The Astrodome has an outside diameter of 710 feet and a height of 208 feet. A cylinder with those dimensions would have a volume of
V = π × 355^{2} × 208 ≈ 82,000,000 cubic feet
Although this is surely an overestimate, it’s still an order of magnitude too small to fit the world’s population in 1970. There’s not nearly enough space to store all those buggers.
Bates and Smith state that the volume of the 1970 population “takes up about oneeighteenth of a cubic mile.” And I think therein lies the error. The height of the Astrodome is just shy of oneeighteenth of a mile, and the diameter is a whole lot more than oneeighteenth of a mile, so someone (incorrectly) assumed that a container with those dimensions would easily hold 1/18 cubic mile. But that’s not right. As any geometry student will tell you, shrinking each dimension to a fraction of its original length results in a volume that is the cube of that fraction. Oops.
The diameter of the Astrodome is about 1/7 of a mile, and the height is about 1/22 of a mile, so its volume would have been less than 1/1000 of a cubic mile.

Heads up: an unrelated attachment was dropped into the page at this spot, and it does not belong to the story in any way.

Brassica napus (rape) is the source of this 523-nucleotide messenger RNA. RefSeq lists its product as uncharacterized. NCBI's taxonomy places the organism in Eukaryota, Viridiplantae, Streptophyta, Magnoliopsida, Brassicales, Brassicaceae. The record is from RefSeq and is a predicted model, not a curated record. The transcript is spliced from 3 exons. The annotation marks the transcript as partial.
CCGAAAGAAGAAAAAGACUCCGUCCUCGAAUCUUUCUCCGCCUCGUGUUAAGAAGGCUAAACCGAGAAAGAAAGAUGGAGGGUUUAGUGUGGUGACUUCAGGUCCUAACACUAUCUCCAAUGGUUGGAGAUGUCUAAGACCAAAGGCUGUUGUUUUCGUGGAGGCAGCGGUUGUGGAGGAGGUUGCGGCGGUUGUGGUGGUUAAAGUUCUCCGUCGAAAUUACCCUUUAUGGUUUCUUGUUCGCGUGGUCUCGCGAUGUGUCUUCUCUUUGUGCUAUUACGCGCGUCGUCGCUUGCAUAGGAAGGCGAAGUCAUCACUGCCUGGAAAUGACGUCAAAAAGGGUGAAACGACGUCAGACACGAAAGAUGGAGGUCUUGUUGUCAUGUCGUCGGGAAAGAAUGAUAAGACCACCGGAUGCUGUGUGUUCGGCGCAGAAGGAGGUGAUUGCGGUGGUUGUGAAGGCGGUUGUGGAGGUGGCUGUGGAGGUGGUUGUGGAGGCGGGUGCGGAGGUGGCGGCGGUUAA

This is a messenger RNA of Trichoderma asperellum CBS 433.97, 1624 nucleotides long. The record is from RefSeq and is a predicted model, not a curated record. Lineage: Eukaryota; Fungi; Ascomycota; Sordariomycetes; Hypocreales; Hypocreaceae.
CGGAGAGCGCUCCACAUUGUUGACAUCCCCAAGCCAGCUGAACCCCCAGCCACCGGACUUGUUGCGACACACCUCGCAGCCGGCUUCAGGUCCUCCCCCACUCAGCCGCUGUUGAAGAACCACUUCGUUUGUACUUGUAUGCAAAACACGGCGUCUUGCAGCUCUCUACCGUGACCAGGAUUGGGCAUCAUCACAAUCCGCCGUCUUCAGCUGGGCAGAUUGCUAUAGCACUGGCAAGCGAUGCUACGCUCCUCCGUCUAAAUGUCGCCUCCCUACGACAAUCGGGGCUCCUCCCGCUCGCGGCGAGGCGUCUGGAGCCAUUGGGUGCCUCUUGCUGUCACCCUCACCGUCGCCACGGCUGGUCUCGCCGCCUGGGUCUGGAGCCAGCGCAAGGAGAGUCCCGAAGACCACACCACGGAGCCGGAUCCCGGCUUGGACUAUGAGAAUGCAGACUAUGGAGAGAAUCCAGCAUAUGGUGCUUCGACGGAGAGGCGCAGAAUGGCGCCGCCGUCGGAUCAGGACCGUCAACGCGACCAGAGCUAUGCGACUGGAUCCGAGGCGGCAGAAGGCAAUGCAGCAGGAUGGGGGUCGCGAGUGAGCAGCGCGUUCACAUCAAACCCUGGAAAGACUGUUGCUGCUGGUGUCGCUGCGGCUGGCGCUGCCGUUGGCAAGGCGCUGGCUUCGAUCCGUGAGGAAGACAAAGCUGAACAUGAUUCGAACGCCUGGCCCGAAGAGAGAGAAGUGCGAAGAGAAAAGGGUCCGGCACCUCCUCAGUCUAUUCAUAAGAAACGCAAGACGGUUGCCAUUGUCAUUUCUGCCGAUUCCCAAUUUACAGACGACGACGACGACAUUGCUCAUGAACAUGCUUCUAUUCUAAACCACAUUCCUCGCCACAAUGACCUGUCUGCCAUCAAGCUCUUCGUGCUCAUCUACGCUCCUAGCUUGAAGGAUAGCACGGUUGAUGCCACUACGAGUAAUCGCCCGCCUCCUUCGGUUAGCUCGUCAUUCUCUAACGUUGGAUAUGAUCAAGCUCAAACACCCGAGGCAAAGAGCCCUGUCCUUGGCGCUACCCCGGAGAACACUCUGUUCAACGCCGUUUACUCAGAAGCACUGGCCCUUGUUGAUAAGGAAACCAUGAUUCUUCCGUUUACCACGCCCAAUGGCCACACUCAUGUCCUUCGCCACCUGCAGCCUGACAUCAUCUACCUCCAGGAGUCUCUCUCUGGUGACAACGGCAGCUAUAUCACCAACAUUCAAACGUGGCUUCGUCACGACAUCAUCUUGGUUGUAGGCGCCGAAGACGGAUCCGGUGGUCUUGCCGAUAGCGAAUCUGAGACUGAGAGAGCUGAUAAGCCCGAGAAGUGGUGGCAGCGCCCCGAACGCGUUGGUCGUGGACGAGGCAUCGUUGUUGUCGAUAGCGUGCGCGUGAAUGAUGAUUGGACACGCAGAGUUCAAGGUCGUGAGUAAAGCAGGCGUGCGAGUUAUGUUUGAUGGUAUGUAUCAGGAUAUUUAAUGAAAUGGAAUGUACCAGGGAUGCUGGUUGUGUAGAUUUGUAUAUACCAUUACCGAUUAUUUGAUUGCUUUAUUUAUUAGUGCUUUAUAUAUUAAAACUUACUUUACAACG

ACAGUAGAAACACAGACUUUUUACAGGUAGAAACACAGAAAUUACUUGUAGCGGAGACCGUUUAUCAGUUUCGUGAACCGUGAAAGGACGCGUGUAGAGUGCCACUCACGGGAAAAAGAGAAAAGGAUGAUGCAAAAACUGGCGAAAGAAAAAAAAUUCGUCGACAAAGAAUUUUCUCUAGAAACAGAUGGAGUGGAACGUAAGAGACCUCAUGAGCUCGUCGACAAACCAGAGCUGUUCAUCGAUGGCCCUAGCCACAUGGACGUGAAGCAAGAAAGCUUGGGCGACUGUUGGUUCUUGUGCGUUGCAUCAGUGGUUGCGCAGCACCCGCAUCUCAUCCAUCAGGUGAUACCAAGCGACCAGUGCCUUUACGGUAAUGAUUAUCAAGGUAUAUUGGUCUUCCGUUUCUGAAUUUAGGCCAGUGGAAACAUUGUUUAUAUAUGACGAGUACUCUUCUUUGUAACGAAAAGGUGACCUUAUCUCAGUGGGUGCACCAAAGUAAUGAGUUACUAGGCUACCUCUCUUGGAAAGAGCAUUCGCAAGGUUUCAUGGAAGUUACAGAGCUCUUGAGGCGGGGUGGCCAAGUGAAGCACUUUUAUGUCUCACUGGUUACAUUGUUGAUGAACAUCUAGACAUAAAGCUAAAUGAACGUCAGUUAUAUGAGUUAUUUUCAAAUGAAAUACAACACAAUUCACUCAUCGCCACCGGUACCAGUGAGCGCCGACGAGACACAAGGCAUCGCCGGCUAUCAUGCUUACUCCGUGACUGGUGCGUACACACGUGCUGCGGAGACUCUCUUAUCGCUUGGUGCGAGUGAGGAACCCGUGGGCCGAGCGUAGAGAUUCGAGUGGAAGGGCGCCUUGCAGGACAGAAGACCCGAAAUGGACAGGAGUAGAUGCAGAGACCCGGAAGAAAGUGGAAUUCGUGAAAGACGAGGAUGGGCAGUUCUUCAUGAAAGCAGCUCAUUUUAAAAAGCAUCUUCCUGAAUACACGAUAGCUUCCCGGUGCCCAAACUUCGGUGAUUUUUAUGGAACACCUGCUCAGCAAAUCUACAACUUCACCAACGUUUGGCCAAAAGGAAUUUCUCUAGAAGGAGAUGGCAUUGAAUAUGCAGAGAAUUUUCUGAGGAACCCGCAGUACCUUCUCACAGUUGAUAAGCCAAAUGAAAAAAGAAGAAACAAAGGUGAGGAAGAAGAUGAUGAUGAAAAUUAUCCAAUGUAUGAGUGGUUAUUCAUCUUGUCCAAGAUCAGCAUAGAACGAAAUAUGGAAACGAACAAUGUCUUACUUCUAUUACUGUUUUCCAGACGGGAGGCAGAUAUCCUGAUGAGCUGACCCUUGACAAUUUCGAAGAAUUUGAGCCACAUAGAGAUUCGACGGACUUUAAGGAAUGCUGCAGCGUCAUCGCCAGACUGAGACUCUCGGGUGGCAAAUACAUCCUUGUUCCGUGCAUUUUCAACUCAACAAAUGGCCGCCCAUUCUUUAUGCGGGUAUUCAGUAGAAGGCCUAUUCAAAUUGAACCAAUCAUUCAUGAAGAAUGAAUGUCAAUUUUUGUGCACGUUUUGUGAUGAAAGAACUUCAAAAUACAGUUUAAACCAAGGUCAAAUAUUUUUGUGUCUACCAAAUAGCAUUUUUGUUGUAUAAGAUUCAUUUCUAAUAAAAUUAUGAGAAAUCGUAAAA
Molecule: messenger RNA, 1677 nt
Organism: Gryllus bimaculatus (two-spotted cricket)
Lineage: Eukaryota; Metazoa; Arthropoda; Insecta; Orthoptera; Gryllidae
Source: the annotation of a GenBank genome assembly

So, what container would have been big enough to hold the 1970 population?
Honestly, who cares?
Things have changed. Today, we are bumping up against 8 billion people worldwide, the Astrodome was declared “unfit for occupancy” in 2016, and instead of calculating the volume of stadia, we can simply use Google to find the volume of some really large places.
In fact, Google claims that the volume of the Astrodome is 42,000,000 cubic feet. If we can believe what we read, then the calculations above were, sadly, unnecessary.
So, you may be wondering, what places in the world could hold all of us? That is, what has a volume of 16,000,000,000 cubic feet?